NORTHEAST SNAPSHOT, JUNE 2005
New Jersey Office Market
The office market throughout New Jersey is experiencing a strong year in leasing activity thus far in 2005. The state is flush with activity, including an interesting trend involving Class A office tenants. “The high-end, top-quality buildings are being leased. We are not seeing the flight to quality experienced in the early and mid-1990s — when tenants upgraded from B and C buildings to an A product — rather the leases for larger requirements are tenants and corporations relocating from one Class A product to another,” says Rick Heilmann, vice president of Chatham, N.J.-based The Garibaldi Group/CORFAC International. There is also currently an increase in regional relocations from submarket to submarket.
Heilmann notes that these Class A tenants desire the best in full-service, full-amenity buildings, driving up the level of quality in many Class A office developments. “Tenants are occupying office space at a higher density per square foot than ever before,” he says. “This high-density occupancy can sometimes create uncomfortable work environments.” To offset their employees’ potential discomfort, companies seek buildings with superior HVAC, abundant electric supply, telecommunications, security and food service.
Developers are working throughout New Jersey to supply companies with the buildings they desire. There are potentially significant developments in Princeton, Florham Park, Montvale and Metro Park in the Iselin/Edison area. Though development activity is substantial, Heilmann is not sure that any developer is going to commit to constructing an office building of more than 200,000 square feet. Developers at the forefront of this current increase in activity include Normandy Partners, Allegiance Capital, Preferred Real Estate Investments, TIAA-CREF and KBS.
Right now, a majority of the office development is taking place in Mercer County. “This particular county is experiencing speculative development driven by expanding law firms and pharmaceutical and bio-tech companies,” says Heilmann. “There is approximately 300,000 square feet of new construction underway in the greater Princeton (Mercer County) area, and I think there will be quite a bit of new development to come in the next year.”
He also notes that many eyes are fixed on the up-and-coming transit villages underway in well-positioned communities such as Cranford. These projects are springing up around train stations that feed into New York City and Philadelphia, among other large metropolitan areas. At this point, most of the development in the transit villages is residential and retail, but that may change in the near future.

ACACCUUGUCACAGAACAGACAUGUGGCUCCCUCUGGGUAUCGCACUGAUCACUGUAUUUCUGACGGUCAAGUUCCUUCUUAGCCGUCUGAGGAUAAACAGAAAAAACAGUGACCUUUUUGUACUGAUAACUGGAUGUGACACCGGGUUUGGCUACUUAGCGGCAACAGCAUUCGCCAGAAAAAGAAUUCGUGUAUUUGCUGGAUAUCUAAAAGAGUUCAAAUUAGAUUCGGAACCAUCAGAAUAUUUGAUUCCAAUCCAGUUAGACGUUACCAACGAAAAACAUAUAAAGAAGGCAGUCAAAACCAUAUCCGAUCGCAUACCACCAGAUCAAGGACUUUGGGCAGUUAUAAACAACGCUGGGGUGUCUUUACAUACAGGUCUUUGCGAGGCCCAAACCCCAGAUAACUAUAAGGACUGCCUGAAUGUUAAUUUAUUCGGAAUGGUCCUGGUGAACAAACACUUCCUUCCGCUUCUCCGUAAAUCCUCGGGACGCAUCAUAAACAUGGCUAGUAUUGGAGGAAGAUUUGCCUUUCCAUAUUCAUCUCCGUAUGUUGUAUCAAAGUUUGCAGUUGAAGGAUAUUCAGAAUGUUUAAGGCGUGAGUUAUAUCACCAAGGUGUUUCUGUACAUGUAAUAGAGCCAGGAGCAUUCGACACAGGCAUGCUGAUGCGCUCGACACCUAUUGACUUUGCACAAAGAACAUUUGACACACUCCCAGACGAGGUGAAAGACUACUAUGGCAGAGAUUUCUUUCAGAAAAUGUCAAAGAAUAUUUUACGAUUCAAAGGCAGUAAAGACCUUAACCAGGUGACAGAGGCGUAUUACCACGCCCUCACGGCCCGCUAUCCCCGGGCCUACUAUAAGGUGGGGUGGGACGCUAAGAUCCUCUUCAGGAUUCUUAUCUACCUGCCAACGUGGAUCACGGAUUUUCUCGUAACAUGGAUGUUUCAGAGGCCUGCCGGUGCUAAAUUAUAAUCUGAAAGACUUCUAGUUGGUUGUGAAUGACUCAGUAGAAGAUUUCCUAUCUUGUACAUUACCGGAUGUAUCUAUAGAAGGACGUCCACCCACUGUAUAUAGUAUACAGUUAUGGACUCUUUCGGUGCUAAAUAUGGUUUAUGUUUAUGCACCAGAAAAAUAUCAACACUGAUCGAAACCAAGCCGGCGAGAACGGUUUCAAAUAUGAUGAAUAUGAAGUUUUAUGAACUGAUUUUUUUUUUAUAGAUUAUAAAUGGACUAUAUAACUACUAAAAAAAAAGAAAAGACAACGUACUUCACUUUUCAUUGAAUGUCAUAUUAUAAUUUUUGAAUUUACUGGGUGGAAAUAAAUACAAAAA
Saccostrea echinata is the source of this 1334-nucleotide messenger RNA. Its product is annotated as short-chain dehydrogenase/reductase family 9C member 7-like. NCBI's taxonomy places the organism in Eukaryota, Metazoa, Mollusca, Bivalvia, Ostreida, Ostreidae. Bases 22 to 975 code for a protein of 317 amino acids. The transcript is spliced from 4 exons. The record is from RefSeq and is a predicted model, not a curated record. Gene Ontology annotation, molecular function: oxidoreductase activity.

A number of noteworthy office transactions have been completed this year, including Verizon’s acquisition of an approximately 1.3 million-square-foot building at 295 N. Maple Avenue in Basking Ridge and MetLife’s purchase of 413,000 square feet on Davidson Avenue in Franklin Township. Vonage secured the largest lease to date, signing for 350,000 square feet at 23 Main Street, a building just purchased by Mack-Cali Corporation for $23.75 million. Morgan Stanley has renewed its 300,000-square-foot lease at Harborside in Jersey City and Philips Van Heusen renewed its lease for 164,000 square feet of space on Frontier Road in Bridgewater. Reckson Associates, owner of Giralda Farms, and Mack-Cali have been very aggressive in their acquisitions during the last 6 months
Class A office space rents currently range from $24 per square foot to $36 per square foot. The top-end buildings, properties such as Carnegie Center in Princeton and Giralda Farms in Madison, along with space in the cities of Short Hills, Jersey City, Florham Park and Saddle Brook, are demanding rents above $30.
According to Heilmann, the vacancy rate is approximately 17 percent, but with some leases currently in play, that rate is expected to decrease by the third quarter.
He also has a few ideas on which markets may soon experience an uptick in interest from both developers and potential tenants. “I like markets along the New Jersey Turnpike. Many people will think I’m off base by this; however, the New Jersey Turnpike is the only super highway where traffic actually moves. From Interstates 78, 80, 287 to Route 24 and the Garden State Parkway — all of these roads crawl. The turnpike to the north of Exit 8A moves. I believe landlords and developers with office product along the turnpike will benefit.”
Another area to watch will be the Parsippany market during the next quarter. Even with all its traffic headaches, companies still like Parsippany.
Heilmann believes 2005 will be a good year in the office market. “The Garibaldi Group is already ahead 10 percent in closed transactions for the first three months of 2005 over 2004. Most real estate providers and service companies will state that business is good.”
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